Slender Cinquefoil is a common, somewhat quiet but easy to grow long lived native perennial. Palmate leaves are conspicuously serrated on long stems. In early to mid summer 20″ stems support multiple clumps of sunny single yellow flowers. Full sun to part shade in average to enriched soil. Water to establish the first season then let it go with seasonal rainfall. Wild looking perennial that shines in borders, among shrubs and along the urban wild lands interface. Very pretty clustered at the foot of Holodiscus whose bloom is simultaneous. Loved by pollinators and an important food source for many butterflies. Native from SW. British Columbia south to San Diego County California. Often found in Ponderosa pine forests. Blooms much more heavily in full sun and improves under cultivation. Winter deciduous. Little deer resistance. Rose family. These are seed raised from Willamette Valley populations so it is the local form. Oregon native plant.
As a child in the country near Eugene western self heal was one of the first wildflowers I learned to identify. And its a beautiful and fascinating native perennial. This ‘weed’ circles the world but our locally native form is an exceptional improvement. Lance shaped basal leaves (the trick for identifying our local sub-species) forms stout upright stems. They are crowned with ‘cones’ that have whorls of showy deep purple tubular flowers- they appear continuously for up to 6’weeks into August decorating the tops of a 1′ tall plant. Spreads to form a clump as wide and appreciates average to enriched soil in full sun. Regular summer water increases vigor and lengthens the bloom time. A very charming native cut flower that produces new blooms continuously after its picked. This is a very important plant for native pollinators. Also, it differs from the pan-weedy form in larger cones and much showier flowers. Its a larger plant as well. Adapts to clay soils with regular irrigation to establish. A natural magnet for butterflies. Blooms May-August. In our region it is now found primarily away from the valley in upland valleys to alpine meadows and scree. A good native weed that is a great garden plant as well. Oregon native plant.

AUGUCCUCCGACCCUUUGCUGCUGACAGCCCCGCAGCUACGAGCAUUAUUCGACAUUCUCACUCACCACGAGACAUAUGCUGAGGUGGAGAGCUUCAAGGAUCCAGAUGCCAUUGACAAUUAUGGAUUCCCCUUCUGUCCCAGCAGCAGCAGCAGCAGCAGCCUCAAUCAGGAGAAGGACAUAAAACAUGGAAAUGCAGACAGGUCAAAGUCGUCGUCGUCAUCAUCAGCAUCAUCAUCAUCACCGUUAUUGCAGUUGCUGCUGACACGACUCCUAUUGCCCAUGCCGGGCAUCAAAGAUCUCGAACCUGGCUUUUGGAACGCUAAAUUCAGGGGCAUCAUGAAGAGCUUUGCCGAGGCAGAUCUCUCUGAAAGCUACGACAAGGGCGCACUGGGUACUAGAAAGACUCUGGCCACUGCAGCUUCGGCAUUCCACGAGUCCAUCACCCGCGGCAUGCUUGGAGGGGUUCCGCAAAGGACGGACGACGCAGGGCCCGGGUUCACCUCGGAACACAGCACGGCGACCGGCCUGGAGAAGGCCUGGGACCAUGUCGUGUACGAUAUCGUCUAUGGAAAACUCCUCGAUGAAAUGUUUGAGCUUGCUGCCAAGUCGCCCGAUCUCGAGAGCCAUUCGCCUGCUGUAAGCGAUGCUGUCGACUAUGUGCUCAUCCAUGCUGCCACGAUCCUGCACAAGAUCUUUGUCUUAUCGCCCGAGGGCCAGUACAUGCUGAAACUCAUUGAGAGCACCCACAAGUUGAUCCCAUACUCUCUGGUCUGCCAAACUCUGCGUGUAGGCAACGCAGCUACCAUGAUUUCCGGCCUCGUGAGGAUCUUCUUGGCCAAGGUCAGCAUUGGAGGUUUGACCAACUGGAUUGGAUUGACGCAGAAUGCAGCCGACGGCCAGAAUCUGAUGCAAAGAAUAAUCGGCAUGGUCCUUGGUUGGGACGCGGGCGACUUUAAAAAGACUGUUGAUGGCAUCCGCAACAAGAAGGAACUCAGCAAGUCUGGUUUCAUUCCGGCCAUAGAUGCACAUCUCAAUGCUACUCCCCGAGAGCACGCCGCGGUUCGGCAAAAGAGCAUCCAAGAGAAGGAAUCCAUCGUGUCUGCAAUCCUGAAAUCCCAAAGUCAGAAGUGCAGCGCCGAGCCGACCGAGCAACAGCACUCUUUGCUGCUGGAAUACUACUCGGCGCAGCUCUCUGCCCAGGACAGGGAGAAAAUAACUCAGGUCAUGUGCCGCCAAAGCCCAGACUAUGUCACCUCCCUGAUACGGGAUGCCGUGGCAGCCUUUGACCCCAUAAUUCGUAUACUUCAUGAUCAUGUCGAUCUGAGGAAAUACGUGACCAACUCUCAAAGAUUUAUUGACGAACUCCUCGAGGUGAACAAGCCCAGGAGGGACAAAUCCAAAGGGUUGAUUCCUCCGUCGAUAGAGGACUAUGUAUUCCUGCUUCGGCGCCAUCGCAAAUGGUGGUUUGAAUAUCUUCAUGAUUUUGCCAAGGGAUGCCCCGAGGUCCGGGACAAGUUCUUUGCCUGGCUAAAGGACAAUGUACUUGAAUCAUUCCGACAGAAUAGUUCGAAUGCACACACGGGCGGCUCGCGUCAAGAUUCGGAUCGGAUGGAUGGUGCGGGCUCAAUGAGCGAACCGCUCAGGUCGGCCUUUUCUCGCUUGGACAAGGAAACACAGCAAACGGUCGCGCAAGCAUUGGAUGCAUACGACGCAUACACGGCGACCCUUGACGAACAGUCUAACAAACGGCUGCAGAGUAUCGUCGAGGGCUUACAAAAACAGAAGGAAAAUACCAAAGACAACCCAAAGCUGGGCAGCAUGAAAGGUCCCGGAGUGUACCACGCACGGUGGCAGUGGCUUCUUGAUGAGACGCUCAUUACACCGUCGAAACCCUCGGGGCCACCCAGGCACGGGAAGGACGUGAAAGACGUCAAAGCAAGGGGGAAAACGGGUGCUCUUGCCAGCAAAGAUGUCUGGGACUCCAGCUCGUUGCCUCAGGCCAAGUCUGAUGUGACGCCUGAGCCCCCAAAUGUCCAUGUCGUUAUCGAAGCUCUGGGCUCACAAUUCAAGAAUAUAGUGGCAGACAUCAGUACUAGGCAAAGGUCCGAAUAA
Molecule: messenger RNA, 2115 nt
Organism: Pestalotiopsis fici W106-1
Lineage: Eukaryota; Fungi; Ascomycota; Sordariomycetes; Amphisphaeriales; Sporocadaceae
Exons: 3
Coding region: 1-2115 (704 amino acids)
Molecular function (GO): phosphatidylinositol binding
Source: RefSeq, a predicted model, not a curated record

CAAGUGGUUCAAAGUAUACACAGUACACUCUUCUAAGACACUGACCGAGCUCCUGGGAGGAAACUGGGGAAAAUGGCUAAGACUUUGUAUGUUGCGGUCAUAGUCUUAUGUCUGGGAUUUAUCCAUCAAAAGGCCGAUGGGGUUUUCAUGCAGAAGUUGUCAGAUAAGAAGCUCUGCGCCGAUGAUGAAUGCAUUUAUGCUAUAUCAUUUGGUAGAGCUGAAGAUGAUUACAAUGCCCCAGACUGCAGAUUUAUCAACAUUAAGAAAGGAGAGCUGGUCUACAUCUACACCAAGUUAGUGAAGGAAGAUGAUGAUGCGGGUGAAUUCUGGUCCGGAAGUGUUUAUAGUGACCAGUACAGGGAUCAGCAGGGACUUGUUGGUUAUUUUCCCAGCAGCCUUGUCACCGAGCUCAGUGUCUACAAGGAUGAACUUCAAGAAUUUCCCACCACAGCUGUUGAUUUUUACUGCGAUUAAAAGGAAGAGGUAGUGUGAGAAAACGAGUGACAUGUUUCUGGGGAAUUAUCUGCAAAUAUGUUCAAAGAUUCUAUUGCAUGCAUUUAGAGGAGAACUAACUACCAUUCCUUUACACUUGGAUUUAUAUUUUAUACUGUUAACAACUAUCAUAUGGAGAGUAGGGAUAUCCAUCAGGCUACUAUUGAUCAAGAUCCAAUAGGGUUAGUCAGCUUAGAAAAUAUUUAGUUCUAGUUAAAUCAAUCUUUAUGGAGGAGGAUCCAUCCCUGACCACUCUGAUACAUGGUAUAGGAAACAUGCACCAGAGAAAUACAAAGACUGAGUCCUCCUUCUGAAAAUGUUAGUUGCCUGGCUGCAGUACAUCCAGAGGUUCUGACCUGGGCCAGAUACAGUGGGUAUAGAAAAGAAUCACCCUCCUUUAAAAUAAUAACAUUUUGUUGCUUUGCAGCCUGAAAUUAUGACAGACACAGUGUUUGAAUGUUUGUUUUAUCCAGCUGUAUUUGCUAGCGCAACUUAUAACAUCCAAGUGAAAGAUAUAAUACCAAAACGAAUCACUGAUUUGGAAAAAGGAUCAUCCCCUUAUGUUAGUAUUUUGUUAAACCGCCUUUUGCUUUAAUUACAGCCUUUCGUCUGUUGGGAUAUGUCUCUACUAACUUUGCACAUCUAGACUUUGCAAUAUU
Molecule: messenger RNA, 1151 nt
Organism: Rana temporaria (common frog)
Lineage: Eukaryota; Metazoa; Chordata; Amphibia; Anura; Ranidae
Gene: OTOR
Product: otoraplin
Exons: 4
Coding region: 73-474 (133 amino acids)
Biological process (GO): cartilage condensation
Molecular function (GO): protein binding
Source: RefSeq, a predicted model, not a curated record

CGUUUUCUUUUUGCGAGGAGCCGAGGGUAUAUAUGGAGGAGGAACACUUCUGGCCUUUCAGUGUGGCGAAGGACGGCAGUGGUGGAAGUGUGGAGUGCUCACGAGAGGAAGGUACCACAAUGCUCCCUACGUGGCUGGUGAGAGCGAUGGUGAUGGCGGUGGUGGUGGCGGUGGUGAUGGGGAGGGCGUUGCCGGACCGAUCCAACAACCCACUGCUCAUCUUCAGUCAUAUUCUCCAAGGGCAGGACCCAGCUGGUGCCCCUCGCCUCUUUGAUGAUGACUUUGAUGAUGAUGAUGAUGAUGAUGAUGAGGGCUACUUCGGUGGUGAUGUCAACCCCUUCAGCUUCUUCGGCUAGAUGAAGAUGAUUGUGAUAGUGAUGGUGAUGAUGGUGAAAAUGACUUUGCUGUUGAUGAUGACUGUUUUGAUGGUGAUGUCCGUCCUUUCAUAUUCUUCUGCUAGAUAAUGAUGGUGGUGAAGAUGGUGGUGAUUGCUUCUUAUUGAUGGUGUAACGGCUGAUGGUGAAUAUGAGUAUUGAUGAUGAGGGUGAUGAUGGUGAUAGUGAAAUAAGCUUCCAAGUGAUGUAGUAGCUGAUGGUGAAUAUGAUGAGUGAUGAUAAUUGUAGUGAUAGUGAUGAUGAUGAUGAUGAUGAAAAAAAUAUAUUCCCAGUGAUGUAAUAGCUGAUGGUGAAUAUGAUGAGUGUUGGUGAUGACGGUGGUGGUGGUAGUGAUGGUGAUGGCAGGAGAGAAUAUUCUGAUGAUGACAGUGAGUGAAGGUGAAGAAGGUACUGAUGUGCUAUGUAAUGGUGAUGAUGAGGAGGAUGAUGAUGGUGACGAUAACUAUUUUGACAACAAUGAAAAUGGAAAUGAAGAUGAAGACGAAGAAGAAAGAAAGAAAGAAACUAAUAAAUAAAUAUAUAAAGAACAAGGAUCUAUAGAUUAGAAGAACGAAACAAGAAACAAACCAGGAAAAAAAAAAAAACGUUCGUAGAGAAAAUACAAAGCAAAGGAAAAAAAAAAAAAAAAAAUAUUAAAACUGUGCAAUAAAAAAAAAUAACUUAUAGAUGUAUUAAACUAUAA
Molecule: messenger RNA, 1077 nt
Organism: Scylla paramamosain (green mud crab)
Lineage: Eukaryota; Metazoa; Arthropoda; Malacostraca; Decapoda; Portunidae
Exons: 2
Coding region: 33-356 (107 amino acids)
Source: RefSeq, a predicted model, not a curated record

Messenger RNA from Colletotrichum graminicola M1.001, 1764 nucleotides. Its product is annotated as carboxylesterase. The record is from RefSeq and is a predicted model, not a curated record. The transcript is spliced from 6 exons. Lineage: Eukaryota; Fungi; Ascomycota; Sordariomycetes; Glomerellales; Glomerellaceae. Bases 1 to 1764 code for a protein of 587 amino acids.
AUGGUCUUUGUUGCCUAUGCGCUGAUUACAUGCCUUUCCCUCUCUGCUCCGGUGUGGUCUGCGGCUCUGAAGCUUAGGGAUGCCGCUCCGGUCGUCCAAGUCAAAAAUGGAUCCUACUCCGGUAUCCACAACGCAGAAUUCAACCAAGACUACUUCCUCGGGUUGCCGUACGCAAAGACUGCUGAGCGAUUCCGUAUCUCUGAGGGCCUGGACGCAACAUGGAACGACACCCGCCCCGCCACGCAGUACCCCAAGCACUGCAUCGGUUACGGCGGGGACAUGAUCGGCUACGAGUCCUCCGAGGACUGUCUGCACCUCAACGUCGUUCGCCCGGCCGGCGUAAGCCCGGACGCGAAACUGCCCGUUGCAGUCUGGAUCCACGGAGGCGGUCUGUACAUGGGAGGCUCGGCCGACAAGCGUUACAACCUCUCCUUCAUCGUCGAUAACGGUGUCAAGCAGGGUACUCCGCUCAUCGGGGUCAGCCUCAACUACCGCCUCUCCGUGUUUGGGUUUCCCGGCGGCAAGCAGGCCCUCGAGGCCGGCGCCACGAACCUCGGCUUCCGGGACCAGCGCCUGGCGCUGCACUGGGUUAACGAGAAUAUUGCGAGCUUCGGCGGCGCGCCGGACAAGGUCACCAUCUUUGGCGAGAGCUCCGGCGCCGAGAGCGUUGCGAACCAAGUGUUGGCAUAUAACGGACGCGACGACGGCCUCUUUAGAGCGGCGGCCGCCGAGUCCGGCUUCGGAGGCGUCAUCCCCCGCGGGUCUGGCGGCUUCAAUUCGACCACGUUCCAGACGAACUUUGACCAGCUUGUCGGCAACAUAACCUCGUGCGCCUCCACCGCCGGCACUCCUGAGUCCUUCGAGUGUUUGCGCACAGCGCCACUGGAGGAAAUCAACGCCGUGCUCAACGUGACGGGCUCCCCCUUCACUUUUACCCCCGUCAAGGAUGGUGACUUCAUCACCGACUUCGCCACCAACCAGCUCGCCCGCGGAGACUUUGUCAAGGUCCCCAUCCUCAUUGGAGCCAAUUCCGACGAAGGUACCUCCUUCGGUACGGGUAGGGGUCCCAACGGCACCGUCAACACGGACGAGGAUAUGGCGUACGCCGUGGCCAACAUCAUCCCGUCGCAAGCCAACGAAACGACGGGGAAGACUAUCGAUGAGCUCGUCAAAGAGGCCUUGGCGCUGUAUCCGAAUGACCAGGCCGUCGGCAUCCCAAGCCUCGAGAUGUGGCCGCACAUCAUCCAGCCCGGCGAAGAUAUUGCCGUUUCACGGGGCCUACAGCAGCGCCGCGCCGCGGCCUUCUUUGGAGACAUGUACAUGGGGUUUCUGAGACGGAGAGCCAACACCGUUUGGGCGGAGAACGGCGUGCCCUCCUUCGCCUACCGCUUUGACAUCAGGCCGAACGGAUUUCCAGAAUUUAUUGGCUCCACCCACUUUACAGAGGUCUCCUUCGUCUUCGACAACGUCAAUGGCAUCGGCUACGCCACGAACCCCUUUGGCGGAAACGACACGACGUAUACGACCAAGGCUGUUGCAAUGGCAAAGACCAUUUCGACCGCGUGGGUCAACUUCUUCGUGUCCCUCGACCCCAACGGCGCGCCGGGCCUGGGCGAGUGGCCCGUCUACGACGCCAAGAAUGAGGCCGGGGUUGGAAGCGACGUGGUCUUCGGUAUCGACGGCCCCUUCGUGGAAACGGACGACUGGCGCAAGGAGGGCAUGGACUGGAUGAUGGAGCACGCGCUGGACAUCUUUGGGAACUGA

Canyon live oak is a vastly underused, beautiful evergreen native tree. Found from Lane county, Oregon south through California, slight parts of Nevada around Lake Tahoe and sporadically in Arizona and even New Mexico. This venerable tree is found on the steepest slopes of canyons and mountain ridges. In Oregon it represents the northern most native Live Oak or evergreen oak in North America. Leaves are glossy army green on the the top with a conspicuous furry gold underside. This is a rugged, tough tree that should be used in both gardens and as a street tree. In the Alameda neighborhood in Portland there is an ancient specimen to 60′ tall and wide with a large trunk. This heritage tree was reportedly brought to the city from southern Oregon via horse and wagon. Slow growing in youth it picks up speed exponentially several years after planting. To 40′ x 20′ in 30 years with a broad spreading crown. In the wild it often forms a gnarled multi-trunked rounded outline. Its very possible to train this tree to a single trunk/leader to extend the crown skyward. Extraordinarily cold hardy enduring temperatures slightly below 0ºF with no difficulty. The large acorns are born in a showy golden hued furry cups- and are produced profusely in banner years. Water to establish for the first season then none in subsequent years. Full sun. Beautiful, native Oak that we cherish at Xera. Oregon native plant.